It makes me wonder if anyone is even listening anymore, if we're all just shouting into the chaos, hoping to be heard above the din. I know I'm not the only one who thinks this. I've been told by many others that to be heard, you have to shout louder and more often.

I've been on Google+ now for a week and so far I like it better, in part because it's still new and there are a lot fewer people on it. Even so, it's a definite improvement over Twitter. I like how you can share more and your followers can comment directly within the stream of the post. It's much more...responsive. I feel like I can actually catch my breath, comment, and people will actually see what I've said. For now. But the "crowd noise" is eventually going to take over like it did on Twitter. Already I can see it happening. We're flooding the world with our thought pollution, saying everything that's on our minds with little consideration to self-censorship.

What's the remedy? I don't know. It's not more shouting, though. It's not more spewage.

I think maybe it's saying something that people want to heed. If you say something of importance, it will find its audience. Your words will cut through the fray.

At least, I hope they will.

Tuesday, July 12, 2011

Book Review: BETWEEN TWO ENDS, by David Ward

by David Ward

Published by Abrams Books, 5/1/2011
Middle grade fiction, fantasy

ISBN-13: 978-0810997141.

This review courtesy of

My rating: 4.0 out of 5 stars.

The aspiration of every storyteller is to make the reader believe that they are part of the story. But what if the story is so real, so wonderful, that the reader forgets and instead believes the fiction? And what if you had to get that reader to remember that it’s not real, because by doing so you might help someone you love? What if by even attempting it, you might also become caught in the story’s grasp and become lost to reality forever?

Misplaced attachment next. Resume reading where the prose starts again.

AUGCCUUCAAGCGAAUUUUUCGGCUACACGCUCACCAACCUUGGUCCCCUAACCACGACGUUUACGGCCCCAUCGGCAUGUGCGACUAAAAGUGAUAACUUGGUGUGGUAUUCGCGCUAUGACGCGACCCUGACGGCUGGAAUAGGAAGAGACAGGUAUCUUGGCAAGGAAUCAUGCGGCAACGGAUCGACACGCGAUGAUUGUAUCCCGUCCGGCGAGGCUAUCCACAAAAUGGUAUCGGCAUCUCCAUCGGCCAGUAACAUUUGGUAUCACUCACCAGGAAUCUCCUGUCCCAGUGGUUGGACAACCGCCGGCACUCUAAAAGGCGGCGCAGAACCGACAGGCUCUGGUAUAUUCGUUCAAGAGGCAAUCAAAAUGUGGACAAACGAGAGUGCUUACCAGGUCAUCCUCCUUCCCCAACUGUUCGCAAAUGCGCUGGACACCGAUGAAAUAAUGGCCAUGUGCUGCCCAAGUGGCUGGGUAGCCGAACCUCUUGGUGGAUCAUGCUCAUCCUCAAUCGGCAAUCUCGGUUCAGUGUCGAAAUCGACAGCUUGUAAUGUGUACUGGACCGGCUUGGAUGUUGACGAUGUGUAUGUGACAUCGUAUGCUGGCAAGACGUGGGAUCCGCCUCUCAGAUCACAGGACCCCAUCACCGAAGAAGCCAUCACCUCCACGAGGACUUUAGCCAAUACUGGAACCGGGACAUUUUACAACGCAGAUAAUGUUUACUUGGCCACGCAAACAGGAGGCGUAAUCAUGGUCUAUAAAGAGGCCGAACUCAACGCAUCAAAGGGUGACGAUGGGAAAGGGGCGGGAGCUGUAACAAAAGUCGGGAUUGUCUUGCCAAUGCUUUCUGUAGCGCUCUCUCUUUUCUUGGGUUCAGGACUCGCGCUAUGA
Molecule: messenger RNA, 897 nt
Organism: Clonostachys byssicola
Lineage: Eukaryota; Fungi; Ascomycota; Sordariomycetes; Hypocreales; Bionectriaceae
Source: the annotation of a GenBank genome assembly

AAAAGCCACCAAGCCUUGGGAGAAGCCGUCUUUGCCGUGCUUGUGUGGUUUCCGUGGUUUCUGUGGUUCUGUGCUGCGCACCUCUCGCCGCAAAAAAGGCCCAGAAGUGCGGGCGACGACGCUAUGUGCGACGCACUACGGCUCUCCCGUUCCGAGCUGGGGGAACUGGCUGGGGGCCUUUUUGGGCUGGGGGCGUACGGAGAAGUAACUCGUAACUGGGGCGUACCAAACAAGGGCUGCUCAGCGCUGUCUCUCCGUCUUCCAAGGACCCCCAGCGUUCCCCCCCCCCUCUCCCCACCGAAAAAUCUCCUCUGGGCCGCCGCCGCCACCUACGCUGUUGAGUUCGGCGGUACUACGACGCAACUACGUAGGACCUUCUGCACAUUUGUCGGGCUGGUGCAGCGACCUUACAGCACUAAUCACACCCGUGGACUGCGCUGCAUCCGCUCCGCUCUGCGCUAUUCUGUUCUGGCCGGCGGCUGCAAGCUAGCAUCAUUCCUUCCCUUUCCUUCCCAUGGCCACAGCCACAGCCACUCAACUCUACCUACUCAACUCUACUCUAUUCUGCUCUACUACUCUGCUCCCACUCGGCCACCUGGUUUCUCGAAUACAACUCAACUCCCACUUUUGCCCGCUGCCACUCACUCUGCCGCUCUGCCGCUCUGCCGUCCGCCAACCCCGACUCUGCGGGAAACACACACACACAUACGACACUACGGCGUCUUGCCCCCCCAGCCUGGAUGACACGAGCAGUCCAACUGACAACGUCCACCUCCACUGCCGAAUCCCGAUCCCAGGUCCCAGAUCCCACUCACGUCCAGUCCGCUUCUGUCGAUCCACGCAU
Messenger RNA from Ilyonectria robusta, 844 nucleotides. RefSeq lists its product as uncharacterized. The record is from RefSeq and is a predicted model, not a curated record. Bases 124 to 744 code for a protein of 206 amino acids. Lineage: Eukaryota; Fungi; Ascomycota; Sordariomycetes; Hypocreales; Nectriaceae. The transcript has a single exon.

That’s the dilemma facing twelve-year-old Yeats Trafford, whose father entered the world of the Arabian Nights as a child and almost became trapped. He wished himself back, but the girl he accompanied, Shari, did not. Now, twenty years later, the father’s depression threatens Yeats’s family. Yeats must enter the story and bring Shari (now Shaharazad) back by her own free will and, in doing so, rescue his father.

But the storyworld won’t let her go so easily.

Transported to the shores of the Arabian Peninsula by no less than a recalcitrant pair of magical bookends (naturally), named Skin and Bones, Yeats faces considerable challenges. Things don’t go so well. In fact, we begin to question whether Yeats will even survive the experience long enough to get himself out, much less convince Shari to come with him.

“Between Two Ends,” a reference to Skin and Bones and an allusion to being within the story itself, satisfies without overcomplicating. Well paced, well plotted and enthralling from first page to last, David Wards achieves the storyteller’s goal on several levels while reintroducing us to a world at once familiar and strange. A perfect read for hesitant readers and well recommended for any boy or girl.

This review is also posted on the Amazon product page here.